There is plenty about modern life to cause celebration and aggravation in equal measure... but it is never safe to make an assumption about how the different generations feel about anything, from vegans to scented candles.
This week, old hand Christopher Howse and young gun Guy Kelly are clutching at straws
The pain of celebrity for John Ruskin, when he suddenly became famous with the publication of Modern Painters in 1843, was being jammed into the company of ‘big people whom I didn’t care about’. Victorian celebrity was hot and personal and rubbed shoulders.
Ruskin conceded there were consolatory moments of amusement, such as witnessing the Bishop of Oxford being taught ‘to drink sherry-cobbler through a straw’.
In the same year, Dickens sent his new fictional hero Martin Chuzzlewit to New York, and what should he run into but ‘a very large tumbler, piled up to the brim with little blocks of clear transparent ice, through which one or two thin slices of lemon, and a golden liquid of delicious appearance appealed from the still depths below’ – a sherry-cobbler. Martin drank this unfamiliar mixture ‘in ecstasy’ through an unfamiliar ‘reed’, or straw as we’d call it.
In the 180 years since, we’ve turned cobbler ecstasy into guilty misery at destroying the planet with straws of plastic. And now we’re told that paper straws are bad for our health.
I’d welcome a revival of straw straws, though to me as a small child they were loathsome. At school we were given a third of a pint of milk in a little bottle that had been left in the sun till it curdled (or in winter allowed to freeze, so that the cream at the top was pushed up into a protruding plug of ice with an aluminium hat on). The rank and fatty curds had to be dragged by suction up the tawny cereal stalk.It didn’t help that in a natural history class we were told of a fascinating incidence of bubonic plague among children who had chewed straw infected by rats – perhaps in Suffolk before the First World War. That was too close for comfort.
If we can’t have straw straws for fear of plague, I see that online you can buy for £4.25 a stainless-steel bombilla (or straw for mate tea). A good christening present would be a silver one to clip to the infant’s mobile, or whatever essential chattel the future will demand that everyone carries.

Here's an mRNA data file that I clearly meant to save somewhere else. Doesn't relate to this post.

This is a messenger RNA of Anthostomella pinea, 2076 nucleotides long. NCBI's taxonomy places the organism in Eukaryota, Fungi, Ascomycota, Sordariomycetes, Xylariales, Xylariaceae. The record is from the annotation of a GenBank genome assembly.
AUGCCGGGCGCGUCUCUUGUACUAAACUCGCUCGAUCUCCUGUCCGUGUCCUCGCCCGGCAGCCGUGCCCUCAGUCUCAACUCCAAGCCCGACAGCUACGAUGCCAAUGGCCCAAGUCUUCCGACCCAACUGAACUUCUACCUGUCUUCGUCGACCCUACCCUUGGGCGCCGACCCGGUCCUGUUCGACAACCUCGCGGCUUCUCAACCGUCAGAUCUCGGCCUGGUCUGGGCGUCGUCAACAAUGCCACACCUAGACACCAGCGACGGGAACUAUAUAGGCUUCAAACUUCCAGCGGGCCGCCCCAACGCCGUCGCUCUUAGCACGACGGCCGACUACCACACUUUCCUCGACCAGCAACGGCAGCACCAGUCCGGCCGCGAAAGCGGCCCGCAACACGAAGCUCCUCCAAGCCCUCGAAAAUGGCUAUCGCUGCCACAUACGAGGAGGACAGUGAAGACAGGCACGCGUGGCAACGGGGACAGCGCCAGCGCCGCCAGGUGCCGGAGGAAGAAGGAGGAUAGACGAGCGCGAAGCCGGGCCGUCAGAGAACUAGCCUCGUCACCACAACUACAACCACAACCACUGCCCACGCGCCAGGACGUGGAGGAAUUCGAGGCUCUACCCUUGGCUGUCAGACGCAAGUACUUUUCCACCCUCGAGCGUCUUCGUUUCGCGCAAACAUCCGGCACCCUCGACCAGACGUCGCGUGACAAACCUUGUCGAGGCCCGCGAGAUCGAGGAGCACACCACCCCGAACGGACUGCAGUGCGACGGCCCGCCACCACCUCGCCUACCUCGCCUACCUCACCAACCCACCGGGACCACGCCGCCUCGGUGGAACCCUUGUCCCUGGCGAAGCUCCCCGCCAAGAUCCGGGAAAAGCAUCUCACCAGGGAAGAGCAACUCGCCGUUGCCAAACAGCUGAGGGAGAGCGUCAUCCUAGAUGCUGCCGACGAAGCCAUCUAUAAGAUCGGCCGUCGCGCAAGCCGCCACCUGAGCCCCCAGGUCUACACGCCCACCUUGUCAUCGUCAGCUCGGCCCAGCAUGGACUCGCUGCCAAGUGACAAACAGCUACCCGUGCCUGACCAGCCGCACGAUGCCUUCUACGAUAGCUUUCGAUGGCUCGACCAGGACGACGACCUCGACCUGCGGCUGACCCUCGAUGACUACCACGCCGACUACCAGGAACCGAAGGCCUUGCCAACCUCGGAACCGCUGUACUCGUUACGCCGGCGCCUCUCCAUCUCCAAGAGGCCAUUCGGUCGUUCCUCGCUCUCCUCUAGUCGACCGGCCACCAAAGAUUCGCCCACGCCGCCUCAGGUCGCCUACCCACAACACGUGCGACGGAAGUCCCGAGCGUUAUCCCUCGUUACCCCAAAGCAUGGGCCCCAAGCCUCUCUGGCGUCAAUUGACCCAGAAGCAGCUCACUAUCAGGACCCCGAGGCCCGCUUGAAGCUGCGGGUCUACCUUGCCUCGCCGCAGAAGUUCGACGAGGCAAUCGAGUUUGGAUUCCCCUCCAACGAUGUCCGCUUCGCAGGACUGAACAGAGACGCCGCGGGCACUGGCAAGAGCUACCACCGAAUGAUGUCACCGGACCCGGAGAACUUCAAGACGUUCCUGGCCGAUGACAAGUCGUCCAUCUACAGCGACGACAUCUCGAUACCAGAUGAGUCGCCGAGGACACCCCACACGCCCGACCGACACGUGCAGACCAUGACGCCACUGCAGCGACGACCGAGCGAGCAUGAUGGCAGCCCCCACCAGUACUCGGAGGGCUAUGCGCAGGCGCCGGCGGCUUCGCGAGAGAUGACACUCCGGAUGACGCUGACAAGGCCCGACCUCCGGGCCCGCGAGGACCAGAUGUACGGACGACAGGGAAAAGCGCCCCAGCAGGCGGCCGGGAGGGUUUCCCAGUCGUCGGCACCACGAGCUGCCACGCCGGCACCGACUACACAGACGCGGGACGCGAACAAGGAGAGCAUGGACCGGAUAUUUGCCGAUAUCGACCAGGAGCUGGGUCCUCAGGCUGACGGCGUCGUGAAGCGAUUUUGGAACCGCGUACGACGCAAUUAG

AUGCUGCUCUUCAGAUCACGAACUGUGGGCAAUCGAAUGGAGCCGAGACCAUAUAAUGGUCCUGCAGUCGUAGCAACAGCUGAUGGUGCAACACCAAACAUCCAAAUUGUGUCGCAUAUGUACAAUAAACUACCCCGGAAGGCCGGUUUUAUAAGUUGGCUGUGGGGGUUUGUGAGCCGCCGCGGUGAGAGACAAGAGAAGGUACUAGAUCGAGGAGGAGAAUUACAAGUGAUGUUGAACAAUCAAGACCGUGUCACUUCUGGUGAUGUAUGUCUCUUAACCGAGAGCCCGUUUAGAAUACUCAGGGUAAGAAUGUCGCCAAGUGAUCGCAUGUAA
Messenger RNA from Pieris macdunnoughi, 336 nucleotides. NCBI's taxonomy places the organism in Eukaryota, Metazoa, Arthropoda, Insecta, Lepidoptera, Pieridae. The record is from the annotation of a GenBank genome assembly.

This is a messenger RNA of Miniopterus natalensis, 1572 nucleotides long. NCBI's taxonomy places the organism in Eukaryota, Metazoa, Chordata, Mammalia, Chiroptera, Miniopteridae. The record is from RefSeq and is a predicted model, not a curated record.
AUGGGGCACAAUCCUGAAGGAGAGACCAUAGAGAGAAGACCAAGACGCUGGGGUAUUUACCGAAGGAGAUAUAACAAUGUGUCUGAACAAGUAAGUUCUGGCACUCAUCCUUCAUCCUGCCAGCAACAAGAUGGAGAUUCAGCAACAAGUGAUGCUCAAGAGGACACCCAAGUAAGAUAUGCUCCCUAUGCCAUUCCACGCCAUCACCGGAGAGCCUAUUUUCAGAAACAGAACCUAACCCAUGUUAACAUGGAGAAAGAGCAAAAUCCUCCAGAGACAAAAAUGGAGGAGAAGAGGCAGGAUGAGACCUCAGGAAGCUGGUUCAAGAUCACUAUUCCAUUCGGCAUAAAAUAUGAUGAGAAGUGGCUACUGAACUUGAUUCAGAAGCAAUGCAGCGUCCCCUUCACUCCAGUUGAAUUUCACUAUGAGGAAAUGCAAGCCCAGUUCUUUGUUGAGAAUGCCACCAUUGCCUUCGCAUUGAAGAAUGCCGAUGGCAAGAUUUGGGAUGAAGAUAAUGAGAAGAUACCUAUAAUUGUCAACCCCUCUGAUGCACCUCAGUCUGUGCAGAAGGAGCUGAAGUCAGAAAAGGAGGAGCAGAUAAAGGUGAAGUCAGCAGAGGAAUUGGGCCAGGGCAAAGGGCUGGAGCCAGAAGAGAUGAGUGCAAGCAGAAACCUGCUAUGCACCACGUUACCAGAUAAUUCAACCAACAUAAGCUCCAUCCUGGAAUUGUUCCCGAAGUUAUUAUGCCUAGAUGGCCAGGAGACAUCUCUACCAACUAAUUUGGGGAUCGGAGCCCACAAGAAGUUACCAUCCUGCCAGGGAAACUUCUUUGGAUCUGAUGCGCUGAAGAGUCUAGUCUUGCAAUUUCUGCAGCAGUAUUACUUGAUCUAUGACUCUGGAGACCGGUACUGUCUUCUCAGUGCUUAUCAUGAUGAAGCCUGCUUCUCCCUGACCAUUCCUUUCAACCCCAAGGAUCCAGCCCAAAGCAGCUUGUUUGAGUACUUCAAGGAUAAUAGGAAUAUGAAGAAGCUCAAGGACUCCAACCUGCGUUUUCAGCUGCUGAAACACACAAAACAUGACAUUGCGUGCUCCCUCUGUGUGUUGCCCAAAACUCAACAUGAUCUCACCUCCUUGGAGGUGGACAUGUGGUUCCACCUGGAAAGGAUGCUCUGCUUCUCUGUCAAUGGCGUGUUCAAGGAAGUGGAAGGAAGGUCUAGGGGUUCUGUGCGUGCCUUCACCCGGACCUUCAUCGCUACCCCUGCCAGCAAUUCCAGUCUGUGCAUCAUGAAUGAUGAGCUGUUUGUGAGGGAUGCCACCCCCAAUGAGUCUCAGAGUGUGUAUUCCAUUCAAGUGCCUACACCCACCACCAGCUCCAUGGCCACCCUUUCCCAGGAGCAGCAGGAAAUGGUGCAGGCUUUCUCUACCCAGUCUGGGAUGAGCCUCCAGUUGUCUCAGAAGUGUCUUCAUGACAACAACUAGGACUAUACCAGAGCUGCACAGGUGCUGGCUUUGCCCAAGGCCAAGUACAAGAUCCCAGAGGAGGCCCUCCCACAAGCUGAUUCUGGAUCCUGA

I had a hangover the other day. It was the kind that makes you question your very existence. On such occasions, I tend to be overcome by a powerful urge to consume some foodstuff of my childhood. A desperate reminder, maybe, of happier times, before I thought six pints of Guinness on an empty stomach represented good sense.
So it was that I washed up in a London corner shop, pawing for a Capri-Sun for the first time since 1998. The German juice brand is not particularly delicious – too sweet, too watery – but to a seven-year-old in the 1990s it was crack cocaine, and faced down rivals like Tropicana (too healthy-seeming, which it wasn’t) and Sunny Delight (too unhealthy-seeming, which it was, to the extent that the rumour it turned a girl orange became playground canon) thanks to its secret weapon: the straw.
Capri-Sun, as you may know, comes not in a bottle but a pouch, which the consumer joyfully stabs using a sharpened, orange plastic straw, before draining in three sucks until all that’s left is an empty foil scrotum you can inflate and deflate like an aeroplane oxygen mask. (Always remember to fit your child’s Capri-Sun before your own.) It is a pointless design gimmick, right up there with San Pellegrino cans’ foil hat for ingenious futility, but it sets Capri-Suns apart.
Hungover, I was after that thrill: the stab of ecstasy, the pierce of nostalgia. 79p later I had a Capri-Sun in my hand, only to discover the straw is now made of paper. Fair enough, I thought, the turtles need our help. A minute later, I was fumbling, sweating. The first prod with the cardboard dagger saw it buckle in on itself and fold. The second was worse. Gazing at the heavens with thirsty rage, I briefly considered crying, then deliberated whether turtles were even that good. In any case, are they better than Capri-Suns? It was a question.
I got there in the end, but the damage was done. The drink tasted weaker and more saccharine than ever. We have cleaned the oceans (a bit), but somehow killed my childhood. Then again, maybe I needed to grow up? Oh woe, more existentialism. It was a bad, bad day.